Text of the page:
"Yes," she said, "I am very much attached to it. I was born to it." "I don't mind," she began; and then her strict truthfulness coming uppermost, she corrected herself: "At least, I don't mind very much, not so much as you thought I would."
He saw her, and without the hesitation of an instant raised his slouch hat and kept on. A government scout does not stop to pass the time of day with an officer's wife. Then she tried to read, but the whisper of savagery was in the loneliness and the night. She sat with the book open in her lap, staring into a shadowy corner where there leaned an Indian lance, surmounted by a war bonnet. Presently she stood up, and stretched her limbs slowly, as a beast of prey does when it shakes off the lethargy of the day and wakens for the darkness. Then she went out to the back of the tents. "Who is there to marry hereabouts? And always supposing there were some one, I'd be sent off on a scout next day, and have to ship her back East for an indefinite time. It would be just my blamed luck."
Twenty, yes ten, of those who, as the sound of the firing reached their ears, were making off at a run down the south road for the settlement in the valley, could have saved the fair-haired children and the young mother, who helped in the fruitless fight without a plaint of fear. Ten men could have done it, could have done it easily; but not one man. And Kirby knew it now, as the light of flames began to show through the chinks of the logs, and the weight of heavy bodies thudded against the door.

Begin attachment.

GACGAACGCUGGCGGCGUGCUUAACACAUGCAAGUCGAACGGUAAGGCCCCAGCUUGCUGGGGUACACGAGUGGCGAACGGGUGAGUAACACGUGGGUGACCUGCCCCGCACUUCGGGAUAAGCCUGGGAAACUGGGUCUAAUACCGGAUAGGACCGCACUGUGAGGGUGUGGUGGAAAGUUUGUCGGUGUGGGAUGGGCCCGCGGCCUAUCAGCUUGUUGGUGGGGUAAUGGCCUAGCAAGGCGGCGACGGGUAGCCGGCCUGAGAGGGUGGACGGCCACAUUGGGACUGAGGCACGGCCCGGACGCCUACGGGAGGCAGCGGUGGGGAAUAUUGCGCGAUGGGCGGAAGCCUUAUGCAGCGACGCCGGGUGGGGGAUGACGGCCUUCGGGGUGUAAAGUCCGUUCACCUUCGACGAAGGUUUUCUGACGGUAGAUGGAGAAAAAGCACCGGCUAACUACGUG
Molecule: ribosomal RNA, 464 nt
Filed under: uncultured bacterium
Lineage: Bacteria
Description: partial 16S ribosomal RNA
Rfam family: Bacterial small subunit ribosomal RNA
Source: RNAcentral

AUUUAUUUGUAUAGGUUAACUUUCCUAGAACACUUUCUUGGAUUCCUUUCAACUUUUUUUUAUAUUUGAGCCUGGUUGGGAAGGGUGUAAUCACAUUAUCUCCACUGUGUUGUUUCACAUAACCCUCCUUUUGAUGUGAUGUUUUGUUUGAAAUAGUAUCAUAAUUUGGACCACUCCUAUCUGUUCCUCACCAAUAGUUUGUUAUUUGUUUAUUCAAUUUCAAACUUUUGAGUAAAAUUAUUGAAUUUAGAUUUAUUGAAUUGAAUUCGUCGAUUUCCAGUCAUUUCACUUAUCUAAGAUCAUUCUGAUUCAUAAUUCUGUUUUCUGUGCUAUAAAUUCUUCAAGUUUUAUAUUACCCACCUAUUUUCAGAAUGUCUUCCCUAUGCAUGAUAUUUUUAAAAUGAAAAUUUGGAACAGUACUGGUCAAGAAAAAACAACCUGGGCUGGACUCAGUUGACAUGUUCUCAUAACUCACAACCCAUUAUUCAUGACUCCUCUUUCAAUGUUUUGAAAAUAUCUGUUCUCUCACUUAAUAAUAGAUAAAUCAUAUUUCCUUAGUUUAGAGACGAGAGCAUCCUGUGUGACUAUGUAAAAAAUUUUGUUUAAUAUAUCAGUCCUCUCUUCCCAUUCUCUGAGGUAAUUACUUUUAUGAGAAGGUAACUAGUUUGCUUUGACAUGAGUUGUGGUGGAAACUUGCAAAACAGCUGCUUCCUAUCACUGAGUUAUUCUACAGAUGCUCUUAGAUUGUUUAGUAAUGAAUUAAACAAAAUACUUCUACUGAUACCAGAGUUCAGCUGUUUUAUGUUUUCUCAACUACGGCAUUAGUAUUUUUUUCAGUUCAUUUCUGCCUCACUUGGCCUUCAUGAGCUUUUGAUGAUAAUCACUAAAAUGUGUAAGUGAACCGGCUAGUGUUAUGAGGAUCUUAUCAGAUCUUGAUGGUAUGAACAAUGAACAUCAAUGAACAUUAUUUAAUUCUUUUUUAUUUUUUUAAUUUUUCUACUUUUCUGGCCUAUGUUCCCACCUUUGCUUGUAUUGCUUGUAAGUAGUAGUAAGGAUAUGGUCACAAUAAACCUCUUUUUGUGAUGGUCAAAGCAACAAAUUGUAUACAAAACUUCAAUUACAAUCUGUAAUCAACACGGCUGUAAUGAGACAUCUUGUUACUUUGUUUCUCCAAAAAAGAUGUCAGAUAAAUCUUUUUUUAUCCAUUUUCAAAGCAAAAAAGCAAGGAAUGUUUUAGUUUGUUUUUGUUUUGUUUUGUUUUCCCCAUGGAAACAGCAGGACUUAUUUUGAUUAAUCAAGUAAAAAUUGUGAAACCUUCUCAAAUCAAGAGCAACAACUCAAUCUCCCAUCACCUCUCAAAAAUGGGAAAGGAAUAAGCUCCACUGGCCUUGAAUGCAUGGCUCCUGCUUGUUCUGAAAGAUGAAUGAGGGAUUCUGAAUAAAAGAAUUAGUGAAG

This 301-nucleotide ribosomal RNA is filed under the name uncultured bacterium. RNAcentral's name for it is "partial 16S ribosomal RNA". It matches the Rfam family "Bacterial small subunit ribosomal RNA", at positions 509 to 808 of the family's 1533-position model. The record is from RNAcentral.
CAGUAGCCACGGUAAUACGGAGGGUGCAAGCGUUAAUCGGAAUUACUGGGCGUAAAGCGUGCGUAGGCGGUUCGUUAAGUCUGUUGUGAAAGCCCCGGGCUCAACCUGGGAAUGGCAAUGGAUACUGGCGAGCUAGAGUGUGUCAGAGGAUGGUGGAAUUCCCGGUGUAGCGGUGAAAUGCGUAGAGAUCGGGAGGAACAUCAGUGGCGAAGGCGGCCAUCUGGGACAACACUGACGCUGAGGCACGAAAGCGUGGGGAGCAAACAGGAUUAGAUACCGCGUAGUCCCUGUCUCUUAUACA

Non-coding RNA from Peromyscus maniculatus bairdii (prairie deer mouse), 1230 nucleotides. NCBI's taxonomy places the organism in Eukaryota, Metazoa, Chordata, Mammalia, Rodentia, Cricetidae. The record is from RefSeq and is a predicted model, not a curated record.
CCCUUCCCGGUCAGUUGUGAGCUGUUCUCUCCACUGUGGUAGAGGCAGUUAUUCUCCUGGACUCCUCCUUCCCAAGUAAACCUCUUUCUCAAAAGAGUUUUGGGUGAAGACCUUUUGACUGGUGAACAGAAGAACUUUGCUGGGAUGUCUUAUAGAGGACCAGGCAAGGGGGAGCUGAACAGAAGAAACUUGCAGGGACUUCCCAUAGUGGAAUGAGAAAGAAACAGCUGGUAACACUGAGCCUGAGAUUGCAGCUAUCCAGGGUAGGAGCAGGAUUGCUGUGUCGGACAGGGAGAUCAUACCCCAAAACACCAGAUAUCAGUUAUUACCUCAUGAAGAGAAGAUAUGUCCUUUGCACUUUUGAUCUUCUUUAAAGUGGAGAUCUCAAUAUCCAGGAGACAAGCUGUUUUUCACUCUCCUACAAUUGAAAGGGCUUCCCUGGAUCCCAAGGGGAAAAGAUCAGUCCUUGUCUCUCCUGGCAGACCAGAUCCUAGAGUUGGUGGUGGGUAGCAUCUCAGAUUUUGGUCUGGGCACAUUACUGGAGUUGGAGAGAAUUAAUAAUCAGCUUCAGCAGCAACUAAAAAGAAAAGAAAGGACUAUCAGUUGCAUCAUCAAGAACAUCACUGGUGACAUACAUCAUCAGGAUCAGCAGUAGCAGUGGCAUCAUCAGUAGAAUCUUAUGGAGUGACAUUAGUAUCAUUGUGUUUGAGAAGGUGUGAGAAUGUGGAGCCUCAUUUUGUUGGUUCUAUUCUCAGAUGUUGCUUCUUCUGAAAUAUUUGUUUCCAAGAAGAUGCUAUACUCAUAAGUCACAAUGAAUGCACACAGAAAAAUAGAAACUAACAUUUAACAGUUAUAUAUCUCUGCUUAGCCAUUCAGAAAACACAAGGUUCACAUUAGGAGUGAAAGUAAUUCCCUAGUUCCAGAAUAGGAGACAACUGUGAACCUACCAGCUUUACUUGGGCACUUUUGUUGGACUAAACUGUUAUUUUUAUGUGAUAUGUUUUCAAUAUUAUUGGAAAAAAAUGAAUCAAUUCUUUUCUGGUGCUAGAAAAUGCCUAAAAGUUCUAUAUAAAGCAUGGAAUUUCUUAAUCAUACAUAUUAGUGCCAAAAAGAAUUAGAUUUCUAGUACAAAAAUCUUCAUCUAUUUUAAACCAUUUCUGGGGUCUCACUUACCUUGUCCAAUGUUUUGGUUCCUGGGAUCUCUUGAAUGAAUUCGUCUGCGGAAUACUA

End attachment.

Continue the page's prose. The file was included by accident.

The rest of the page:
"Cairness!" called Crook, and Cairness, turning aside, came over to where the general sat upon a big stone eating a sandwich two inches thick.
"Certain, dead sure. It's a band of Apaches that went across the river. Why, half a dozen seen them."
She turned on him quickly. "Let me be," she commanded, and he obeyed humbly. Then she corked the bottle and shook it so that the animals rolled on top of each other, and laying it on the ground bent over it with the deepest interest. Brewster watched too, fascinated in spite of himself. It was so very ugly. The two wicked little creatures fought desperately. But after a time they withdrew to the sides of the bottle, and were quite still. The tarantula had left a leg lying loose.
Pending her arrival, Landor brought himself to look[Pg 16] upon it as his plain duty and only course to marry her. It would save her, and any man who might otherwise happen to love her, from learning what she was. That she might refuse to look at it in that way, did not much enter into his calculations. It required a strong effort for him to decide it so, but it was his way to pick out the roughest possible path before him, to settle within himself that it was that of duty, and to follow it without fagging or complaint. He dreaded any taint of Apache blood as he dreaded the venom of a rattler. He had seen its manifestations for twenty odd years, had seen the hostile savage and the civilized one, and shrank most from the latter. But he had promised Cabot to do his best by the waif, and the best he could see was to marry her. There was always before him, to urge him on to the sacrifice, the stalwart figure of his boyhood's friend, standing forsaken in the stretch of desert with the buzzards hovering over him in the burning sky. He permitted himself to hope, however, that she was not too obviously a squaw.
Two aimless citizens lounged on their horses, rapt in argument and the heavy labor of chewing—so much so that they barely took notice of the troops.
Landor explained again, with greater detail, vainly trying to impress the nature of a military order on the civilian brain. "It would not do for me to disobey my[Pg 112] instructions. And besides there are several officers who are to follow trails, out with larger commands. I have no pack-train, and I can't."